Dog using cancer detection tool
A prototype of new technology to help specially trained dogs ‘sniff out’ the tell-tale signs of cancer in biological samples has been unveiled by The Open University (OU) at the 2014 Royal Society Summer Exhibition.
Researchers, headed up by Dr. Clara Mancini, at the Animal Computer Interaction (ACI) Lab at the OU in Milton Keynes, have worked with the charity Medical Detection Dogs to design the device which helps dogs to communicate whether cancer cells are present in biological samples. This process makes use of dogs’ incredibly sensitive sense of smell which is considerably keener than a human’s, and capable of detecting traces of volatile compounds given off by cancer cells.
Dogs detecting cancer usually do so by using a device that consists of a metal pad installed on top of a sample tube which the dog sniffs. If cancer cells are present, the dog then indicates this to its handler, perhaps by sitting. The ACI Lab has developed this device by embedding a special pressure pad to sense the level of pressure the dog exerts whilst sniffing. The level of pressure the dog exerts is recorded by a computer that is attached to the device, which in turn can indicate the level of confidence the dog has that cancer cells are present. Over time this data can be analysed to take into account a particular dog’s personality (i.e. whether it is more eager or more nervous affecting how strongly it touches the pad). The device is being tested on a range of cancers, including prostate cancer, currently a major killer of men in the UK. Researchers hope it could provide a more accurate early screening service to replace the current, notoriously unreliable, test for prostate cancer.
Dr Mancini, Head of the Animal Computer Interaction Lab at The Open University, said:
The OU’s ACI team runs the world’s first systematic research programme to develop ‘user-centred’ technology for dogs and other animals. The team has also worked with the charity Dogs for the Disabled to develop prototype buttons which enable dogs to operate doors, lights or household appliances more easily by using their noses or paws. The team believes that these buttons not only make it easier for dogs to assist humans, they could also dramatically reduce the time needed to train assistance dogs as they can train with the set of buttons which can then be installed in the home, minimising the amount of relearning the dog has to do when it goes to a new home.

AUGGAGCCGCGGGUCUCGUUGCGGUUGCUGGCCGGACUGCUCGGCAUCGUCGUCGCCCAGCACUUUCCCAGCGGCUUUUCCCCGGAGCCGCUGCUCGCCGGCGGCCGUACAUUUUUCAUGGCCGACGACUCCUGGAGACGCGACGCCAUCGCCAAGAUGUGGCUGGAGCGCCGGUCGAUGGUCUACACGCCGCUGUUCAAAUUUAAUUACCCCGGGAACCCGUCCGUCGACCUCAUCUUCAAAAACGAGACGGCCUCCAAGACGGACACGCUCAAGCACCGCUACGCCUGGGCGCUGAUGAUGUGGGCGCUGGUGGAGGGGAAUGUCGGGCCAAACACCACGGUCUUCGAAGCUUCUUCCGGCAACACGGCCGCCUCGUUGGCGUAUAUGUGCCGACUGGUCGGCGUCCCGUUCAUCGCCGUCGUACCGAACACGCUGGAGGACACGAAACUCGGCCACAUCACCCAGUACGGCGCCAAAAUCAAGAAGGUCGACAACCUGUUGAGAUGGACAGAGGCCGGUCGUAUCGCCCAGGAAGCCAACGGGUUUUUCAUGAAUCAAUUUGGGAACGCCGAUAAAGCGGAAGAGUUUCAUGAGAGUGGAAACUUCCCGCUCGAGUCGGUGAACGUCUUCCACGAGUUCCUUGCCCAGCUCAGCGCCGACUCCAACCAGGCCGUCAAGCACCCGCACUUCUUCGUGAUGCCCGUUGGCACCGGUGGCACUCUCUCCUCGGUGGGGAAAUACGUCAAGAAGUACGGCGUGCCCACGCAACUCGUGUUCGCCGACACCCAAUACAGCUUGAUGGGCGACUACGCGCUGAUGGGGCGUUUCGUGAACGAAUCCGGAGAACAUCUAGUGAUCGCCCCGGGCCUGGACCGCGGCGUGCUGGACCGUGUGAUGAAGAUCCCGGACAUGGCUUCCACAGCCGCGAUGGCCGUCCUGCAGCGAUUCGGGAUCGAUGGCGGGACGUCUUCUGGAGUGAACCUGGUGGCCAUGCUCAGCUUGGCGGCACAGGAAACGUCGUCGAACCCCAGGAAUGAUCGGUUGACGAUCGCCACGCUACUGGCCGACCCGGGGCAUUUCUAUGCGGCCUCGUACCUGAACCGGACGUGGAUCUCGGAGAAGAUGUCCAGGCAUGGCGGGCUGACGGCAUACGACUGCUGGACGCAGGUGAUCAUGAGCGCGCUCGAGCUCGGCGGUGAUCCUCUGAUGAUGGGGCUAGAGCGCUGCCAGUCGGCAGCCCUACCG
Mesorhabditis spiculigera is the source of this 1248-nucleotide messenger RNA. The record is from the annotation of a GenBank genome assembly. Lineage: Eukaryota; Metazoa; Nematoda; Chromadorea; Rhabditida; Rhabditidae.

The work of Dr Mancini and colleagues at the ACI Lab will be on display at the Royal Society Summer Science Exhibition ‘Technology for Dogs’ exhibit which is presented by the OU in collaboration with University of Lincoln, Medical Detection Dogs and Dogs for the Disabled. Visitors to the exhibit will be able to watch dogs using the prototype technologies and find out more about new devices currently in progress such as a new diabetes alarm, also developed in partnership with Medical Detection Dogs. Visitors will also be able to attempt to perform tasks wearing special ‘doggy-vision’ goggles and boxing gloves imitating paws helping them better understand the challenges faced by working dogs.
The OU will also be exhibiting its work on the Rosetta space craft on the ‘Catch a Comet’ exhibit alongside Imperial College London, University College London and The University of Kent. Visitors to the stand will be able to discover what comets are made of via an interactive 3D comet sculpture and figure out what happens to a comet's tail as it zooms past the Sun. The Royal Society’s annual Summer Science Exhibition opens to the public on Tuesday 1 July 2014.
The hi-res video and accompanying project photographs, as well as interviews with Dr Mancini are available on request via the OU Press Office.